As an afterthought – I would like to post this Twitter conversation:
Bloodchild and Other Stories, by Octavia E. Butler
Her stories were incredibly creative. They covered important issues like race, slavery, sexuality, and identity, all in the guise of alien occupation or dystopic disease and other dark fantasy themes. Her prose was smooth and eloquent.
The most interesting of the stories was her novella Bloodchild, which is about a child that is about to be “sexually” adopted by some alien worm-thing. The story encompassed the feelings of the boy, his mother, and the alien – providing some very startling insight.
After each story, Butler included a short essay of what she intended the story to mean or background in her life when the story was written. These brought further understanding to the story, though I was a little skeptical when she insisted that she hadn’t intended Bloodchild to be about slavery. But, I guess, sometimes meanings creep in there unintended. And there’s also something to say for the readers’ interpretation regardless of intended meaning. To me, slavery was one of the many underlying themes of the story.
At the end of the book, Butler included a couple of essays about what it was like being an African American science fiction author, and encouraged young people to follow their dreams and become authors. Finally, there were a couple of never-before-published stories.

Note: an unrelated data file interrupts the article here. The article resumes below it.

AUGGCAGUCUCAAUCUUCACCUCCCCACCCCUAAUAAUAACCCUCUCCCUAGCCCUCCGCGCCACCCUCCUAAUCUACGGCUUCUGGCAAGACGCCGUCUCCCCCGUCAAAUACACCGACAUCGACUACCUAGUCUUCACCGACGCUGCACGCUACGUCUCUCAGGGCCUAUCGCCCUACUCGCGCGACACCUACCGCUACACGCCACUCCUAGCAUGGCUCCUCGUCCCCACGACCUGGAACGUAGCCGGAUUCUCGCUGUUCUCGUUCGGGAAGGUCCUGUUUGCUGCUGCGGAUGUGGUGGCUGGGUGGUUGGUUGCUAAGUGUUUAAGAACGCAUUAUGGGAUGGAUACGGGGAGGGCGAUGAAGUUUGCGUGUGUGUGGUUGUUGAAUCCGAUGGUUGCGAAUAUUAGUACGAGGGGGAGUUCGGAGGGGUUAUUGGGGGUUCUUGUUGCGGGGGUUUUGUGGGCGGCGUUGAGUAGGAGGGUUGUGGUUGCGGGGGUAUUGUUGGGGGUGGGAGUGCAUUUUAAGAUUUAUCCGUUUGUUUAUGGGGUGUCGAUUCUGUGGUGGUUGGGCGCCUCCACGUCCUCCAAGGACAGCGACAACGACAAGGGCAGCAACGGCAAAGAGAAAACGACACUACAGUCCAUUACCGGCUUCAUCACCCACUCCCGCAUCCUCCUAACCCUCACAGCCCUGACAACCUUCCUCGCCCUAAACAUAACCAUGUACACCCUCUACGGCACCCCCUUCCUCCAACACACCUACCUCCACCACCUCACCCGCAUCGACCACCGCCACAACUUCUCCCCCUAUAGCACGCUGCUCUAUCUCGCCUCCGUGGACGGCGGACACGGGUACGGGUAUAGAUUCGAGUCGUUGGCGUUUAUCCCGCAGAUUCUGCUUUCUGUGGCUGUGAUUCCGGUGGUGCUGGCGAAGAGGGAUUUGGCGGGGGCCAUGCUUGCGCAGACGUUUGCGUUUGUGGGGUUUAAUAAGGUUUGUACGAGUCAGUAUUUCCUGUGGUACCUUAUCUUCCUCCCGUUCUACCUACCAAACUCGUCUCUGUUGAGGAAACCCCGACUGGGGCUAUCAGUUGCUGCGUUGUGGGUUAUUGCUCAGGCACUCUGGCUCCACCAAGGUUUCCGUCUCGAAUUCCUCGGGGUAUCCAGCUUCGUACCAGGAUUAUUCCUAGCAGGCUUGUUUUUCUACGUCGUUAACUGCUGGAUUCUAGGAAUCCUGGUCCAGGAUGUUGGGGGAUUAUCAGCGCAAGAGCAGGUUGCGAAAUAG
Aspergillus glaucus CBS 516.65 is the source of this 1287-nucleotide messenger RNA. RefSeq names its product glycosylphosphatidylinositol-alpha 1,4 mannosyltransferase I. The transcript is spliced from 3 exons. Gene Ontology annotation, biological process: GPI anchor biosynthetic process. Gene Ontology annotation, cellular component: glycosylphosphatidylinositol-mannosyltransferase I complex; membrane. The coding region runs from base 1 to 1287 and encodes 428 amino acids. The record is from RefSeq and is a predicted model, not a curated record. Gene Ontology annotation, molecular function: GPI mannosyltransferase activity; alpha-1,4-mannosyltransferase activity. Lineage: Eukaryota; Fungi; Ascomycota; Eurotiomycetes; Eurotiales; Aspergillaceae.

This little book is well worth your time if you are interested in deeper cultural issues of race, slavery, and sexuality – possibly even if you are not specifically interested in science fiction and fantasy.
|For pure brilliance|
Octavia E. Butler was born in 1947 into an impoverished African American community to a 14-year-old girl. Despite struggling with dyslexia, she had a passion for reading and writing ever since she was very young. As a teenager, she started attempting to publish her stories, despite the extreme difficulty for African Americans publishing science fiction / fantasy. At the time she was one of only a couple African American sci-fi writers. Despite being taken advantage of by money-hungry agents, she finally published Patternmaster in 1976. This book was praised for its powerful prose, and she ended up writing four prequels. She finally became mainstream upon publication of Kindred in 1979. Butler died outside of her home in 2006.
Fire & Ash
Fire & Ash, by Jonathan Maberry
Reason for reading: This is the fourth and final book in a series that I’ve been reading. I’m making a goal this year to get farther in / finish as many series as possible
Summary: In this fourth and final book in the Rot & Ruin series, Benny, Chong, Lila, and Nix battle the genocidal Reapers while keeping the zombies at bay. But they might have to become monsters to fight monsters. And who is more of a monster: The zombies or the humans?
Thoughts: This book was filled with action and adventure with a dash of intrigue. Like most Maberry books that I’ve read, the action got a little too much at times, to the point of feeling a little B-rate. But Maberry has some interesting plots and his philosophy about who really is the monster is quite interesting. Overall, a good finale. If you liked the first three books, you’ll like this one as well.